1 April 2015

The Hagerty Car Advert Translator

I once bought a classic car that was described as having ‘many spare parts’ with it. The seller forgot to mention that the car itself was missing a few items- such as a gearbox, windscreen and seats. We’ve all been there. The pictures are stunning, the price is fair, and the description makes the car sound superb. Then you go and see the car, and it’s a heap. Maybe a shiny heap, but a heap nonetheless. So to help you save time and money visiting ropey cars, Hagerty has put together this helpful, light-hearted translation guide to the terminology used in adverts.

‘Sympathetically Restored’
Translation: We’ve spent the minimum possible to make it look shiny and get it to pass an MOT. Rust bubbles have been ground off and filled with a mixture of chewing gum and newspaper before being painted. The entire underside of the car has been painted with an inch-thick layer of underseal. Plus the tyres, despite being half a millimetre away from the legal limit, are now covered in tyre paint, and look like new!

‘Period Racing History’
Translation: Like Trigger’s broom in Only Fool’s & Horses, this car has been re-bodied, re-engined, bent, fixed, bent and fixed again. The only part that originally left the factory was the chassis plate and the washer fluid bottle. Now restored to a superb finish, it’s being advertised at three times the going rate because a famous bum once sat on the (long-gone) bucket seat.

‘Just Re-Commissioned After a Long Period of Storage’
Translation: Sat in a shed, rotting for years. We’ve repainted it, dropped some oil down the spark plug holes, cleaned out the carbs and (with a new battery attached) fired her up.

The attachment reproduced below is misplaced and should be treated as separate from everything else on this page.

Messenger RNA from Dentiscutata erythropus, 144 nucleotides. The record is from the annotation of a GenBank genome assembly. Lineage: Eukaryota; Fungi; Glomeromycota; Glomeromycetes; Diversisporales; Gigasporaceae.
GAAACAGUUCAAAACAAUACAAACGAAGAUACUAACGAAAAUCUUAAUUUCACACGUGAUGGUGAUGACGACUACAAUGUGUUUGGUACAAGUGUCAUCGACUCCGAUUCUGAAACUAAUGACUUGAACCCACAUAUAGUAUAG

‘Some Minor Bodywork Issues’/ ‘Surface Rust’/ ‘Minor Bubbling around the Arches’
Translation: These phrases all mean the same. The car is rotten, from the inside out. If it’s a convertible, you can’t open the door without the car sagging in the middle.

‘One Careful Owner from New’
Translation: This can mean two things. First, it could mean that someone bought the car new, carefully polishing it every weekend and driving it regularly but sparingly, and only on dry Sunday afternoons. Or it could mean that it was bought by an eccentric farmer who parked the car in one of his outbuildings in 1973 and forgot where it was, until found forty years later surrounded by chickens and with a dog living in the boot.

‘Restored to Concours Condition’
Translation: I’ve spent the last ten years, and £40,000 making this the best Robin Reliant on the planet. I’ve added up my time and expenditure, and believe it is worth every penny of the £89,000 I am asking for it.

‘I have reluctantly decided to part with…’
Translation: PLEASE SOMEONE BUY THIS CAR! This money-vacuum has taken my life’s savings, caused my marriage to break down, and put me on the verge of a mental breakdown.

‘Pristine Bodywork’
Translation: ….but the engine has a holed piston, the suspension bushes are all shot, and the wiring catches fire if you turn on the lights and the wipers at the same time.

Translation: So rusty that half the bodywork has dropped off the bottom of the car, or missing a few heavy (and unnecessary) items such as an exhaust pipe or bumpers.

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